You’ve done the hard part and founded a growing UK business that is delivering on its promise to customers. Momentum has begun. Your UK and European investors are happy. You’ve had customer enquiries from America and now is the time to ‘seize the day’ and look to the largest consumer market in the world to fuel the next stage of growth. Is America Calling?
I’ve personally worked in the US, UK and Europe – growing businesses across borders. In my move from the US to the UK at the end of the first dotcom boom, I did underestimate the differences in culture and how business worked here in the UK. After all, don’t we speak the same language?!
I’m co-hosting a couple of free workshops with an incredible panel of experienced entrepreneurs and professionals in Newcastle on 2 Oct 2017 and Edinburgh on 3 October 2017. Please see below for invites and details.
If you are ready to set up a presence in the US, here is an 8 step checklist to help you plan.
Legal: Form US entity (if applicable), intellectual property and patents, various contacts by state (T&Cs), Employment.
Choosing the right US lawyer is incredibly important. Most people know that in the US lawsuits are plentiful – it is a litigious society and costs nothing to bring a claim against someone. Getting the right agreements in place before you do something, can solve many of these issues. In addition, from personal experience, there is another big difference between the US and UK on how lawyers are used. When I launched Artist Underground Music in 1994, my brilliant lawyer Clara Martin became much more than someone who drafted contacts, she became a business adviser. The contracts were difficult because everything we were doing had never been done before. But more importantly, her advice and counsel became part of the fabric of the strategy. I find that in the UK, entrepreneurs look at lawyers as simply transactional and don’t include them in the bigger picture.
Immigration: Visas. Get the facts and do it right from the beginning. Plan for the time it may take too.
Tax: US tax is complex. There are two sides to consider – Corporate and Personal. In addition to ‘US’ tax, there are 50 states and further local jurisdictions that have their own systems too. On the Corporate side, it’s important to establish the relationship between your UK (or European) parent and the US entity in order to separate the related income between countries, particularly, because the US currently has one of the highest corporate tax rates in the world. On the Personal side, once you spend enough days in the US, you are considered a resident and taxed on your worldwide income. I’ve seen lots of entrepreneurs get caught personally in the US tax net simply by making a few trips over and doing sales in the US. Focus on compliance from the beginning.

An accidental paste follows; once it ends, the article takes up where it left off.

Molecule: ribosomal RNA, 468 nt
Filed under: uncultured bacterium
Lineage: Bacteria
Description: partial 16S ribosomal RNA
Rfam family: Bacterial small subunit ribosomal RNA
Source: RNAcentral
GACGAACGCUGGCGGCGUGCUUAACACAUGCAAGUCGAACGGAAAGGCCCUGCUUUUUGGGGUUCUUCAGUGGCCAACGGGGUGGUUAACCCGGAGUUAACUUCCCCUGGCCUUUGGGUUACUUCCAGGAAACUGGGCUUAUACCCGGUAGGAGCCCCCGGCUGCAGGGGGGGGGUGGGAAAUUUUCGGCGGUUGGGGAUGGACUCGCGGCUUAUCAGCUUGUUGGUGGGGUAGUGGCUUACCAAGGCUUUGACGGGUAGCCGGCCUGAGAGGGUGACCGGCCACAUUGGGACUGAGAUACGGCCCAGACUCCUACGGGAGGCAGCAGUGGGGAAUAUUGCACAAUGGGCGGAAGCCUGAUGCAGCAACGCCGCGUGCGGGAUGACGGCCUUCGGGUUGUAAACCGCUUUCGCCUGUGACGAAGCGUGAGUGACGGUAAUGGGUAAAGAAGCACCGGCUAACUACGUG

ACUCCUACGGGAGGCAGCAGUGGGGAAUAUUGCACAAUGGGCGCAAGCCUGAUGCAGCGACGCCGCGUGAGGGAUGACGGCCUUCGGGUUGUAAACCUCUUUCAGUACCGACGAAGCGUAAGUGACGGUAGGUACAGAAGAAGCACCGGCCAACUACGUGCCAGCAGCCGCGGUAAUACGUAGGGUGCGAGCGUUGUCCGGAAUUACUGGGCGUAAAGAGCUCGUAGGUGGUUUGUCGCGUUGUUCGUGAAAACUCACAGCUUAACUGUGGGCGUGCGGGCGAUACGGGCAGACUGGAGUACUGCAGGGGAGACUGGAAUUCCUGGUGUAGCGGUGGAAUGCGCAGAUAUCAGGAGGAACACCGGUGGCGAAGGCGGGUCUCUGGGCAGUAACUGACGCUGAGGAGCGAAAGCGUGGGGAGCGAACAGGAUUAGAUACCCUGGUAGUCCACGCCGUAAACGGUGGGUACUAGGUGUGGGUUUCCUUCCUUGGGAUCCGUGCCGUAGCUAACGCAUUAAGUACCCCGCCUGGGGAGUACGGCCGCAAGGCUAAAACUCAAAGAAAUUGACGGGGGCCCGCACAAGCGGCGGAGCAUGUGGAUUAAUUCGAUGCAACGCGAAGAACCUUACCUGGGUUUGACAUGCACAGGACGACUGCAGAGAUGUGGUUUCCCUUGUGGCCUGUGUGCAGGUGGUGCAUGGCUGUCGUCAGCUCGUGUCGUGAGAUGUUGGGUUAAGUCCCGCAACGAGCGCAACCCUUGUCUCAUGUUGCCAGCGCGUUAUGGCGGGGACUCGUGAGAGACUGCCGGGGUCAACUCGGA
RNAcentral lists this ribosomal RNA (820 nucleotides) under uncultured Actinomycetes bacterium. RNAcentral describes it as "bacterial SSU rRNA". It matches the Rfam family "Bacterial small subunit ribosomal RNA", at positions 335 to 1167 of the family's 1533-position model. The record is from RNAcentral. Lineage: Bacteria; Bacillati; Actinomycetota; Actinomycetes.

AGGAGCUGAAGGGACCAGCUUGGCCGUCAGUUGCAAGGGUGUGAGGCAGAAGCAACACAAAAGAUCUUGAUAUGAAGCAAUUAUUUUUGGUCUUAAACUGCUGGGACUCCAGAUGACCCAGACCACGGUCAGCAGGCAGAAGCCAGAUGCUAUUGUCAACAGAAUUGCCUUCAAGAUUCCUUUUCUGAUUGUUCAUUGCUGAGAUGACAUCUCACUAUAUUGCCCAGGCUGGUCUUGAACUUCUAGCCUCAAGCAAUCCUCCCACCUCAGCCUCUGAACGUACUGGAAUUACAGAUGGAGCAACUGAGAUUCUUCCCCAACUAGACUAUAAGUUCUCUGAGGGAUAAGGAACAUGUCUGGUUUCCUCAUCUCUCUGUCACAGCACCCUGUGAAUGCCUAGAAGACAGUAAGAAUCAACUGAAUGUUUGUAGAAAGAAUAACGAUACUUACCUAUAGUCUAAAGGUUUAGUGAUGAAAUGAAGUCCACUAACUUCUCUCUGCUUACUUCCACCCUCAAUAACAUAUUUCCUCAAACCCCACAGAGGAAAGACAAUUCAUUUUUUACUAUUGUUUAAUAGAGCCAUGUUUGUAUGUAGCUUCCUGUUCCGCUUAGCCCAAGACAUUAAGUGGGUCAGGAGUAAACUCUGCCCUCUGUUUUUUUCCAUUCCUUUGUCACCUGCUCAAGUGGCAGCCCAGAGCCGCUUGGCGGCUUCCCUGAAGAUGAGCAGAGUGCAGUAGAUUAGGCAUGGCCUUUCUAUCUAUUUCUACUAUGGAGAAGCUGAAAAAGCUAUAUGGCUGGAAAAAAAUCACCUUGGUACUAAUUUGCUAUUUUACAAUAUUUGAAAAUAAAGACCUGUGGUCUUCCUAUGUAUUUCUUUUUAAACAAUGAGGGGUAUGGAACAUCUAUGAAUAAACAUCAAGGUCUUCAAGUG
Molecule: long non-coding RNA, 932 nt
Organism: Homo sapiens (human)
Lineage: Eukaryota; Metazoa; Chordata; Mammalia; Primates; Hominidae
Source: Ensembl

Location: California Dreaming? Choosing a location is much more than picking sun and beach, even when you can’t take another dark and cold February day! You need to think about your customer base, logistics, government support agencies on the ground (both US and UK), talent pool, area costs, access to capital and time zones. Even if California is a great option for many reasons, an 8 hour time difference to the home office is much more difficult than the 5 hour time difference from the east coast. Flights are also considerably shorter too.
Recruitment, HR and Admin: Hiring the right team locally in the US encompasses the usual process of core skillsets, culture fit and company values, but now there are the additional considerations of compensation packages, employment contracts and remote accountability. In general, US compensation is higher in most of the places where you will consider your move than back in the UK and benefits (healthcare, insurance, etc.) fall to the employer, not a national system. You’ll need local support for payroll, benefits and bookkeeping. Most of the best successes I’ve seen for expanding to another country are where a founder or high level team member go over to help set up the new office. It bridges culture, company ethos and the product or service itself. But if you do hire someone on the ground to set up your new office without HQ support directly on the ground, then deliverables and accountability need to be robust and frequently reviewed.
Insurance: Extend your business insurance to the US. As with legal, the US can be a high risk place.
Banking: Set up a US bank account that is coordinated with your home bank, particularly one that understands high growth transatlantic companies like yours.
Funding: If you are looking for US funding, be aware that pitches and culture are considerably different. Do some research first.
If you’d like to find out more and are ready to make your move to the US, here are a couple of upcoming workshops with an incredible panel to answer your questions:
- Tracey Ginn, Partner, Corporate Lawyer, US and UK
- Brett Putter, Founder CultureGene
- Anna Gudmundson, Senior Adviser to Tech Scale-ups
- Elizabeth Jamae, Partner, D’Alessio Law, US Immigration Lawyer
- Brad Albin, International Corporate Tax Director, US Tax & Financial Services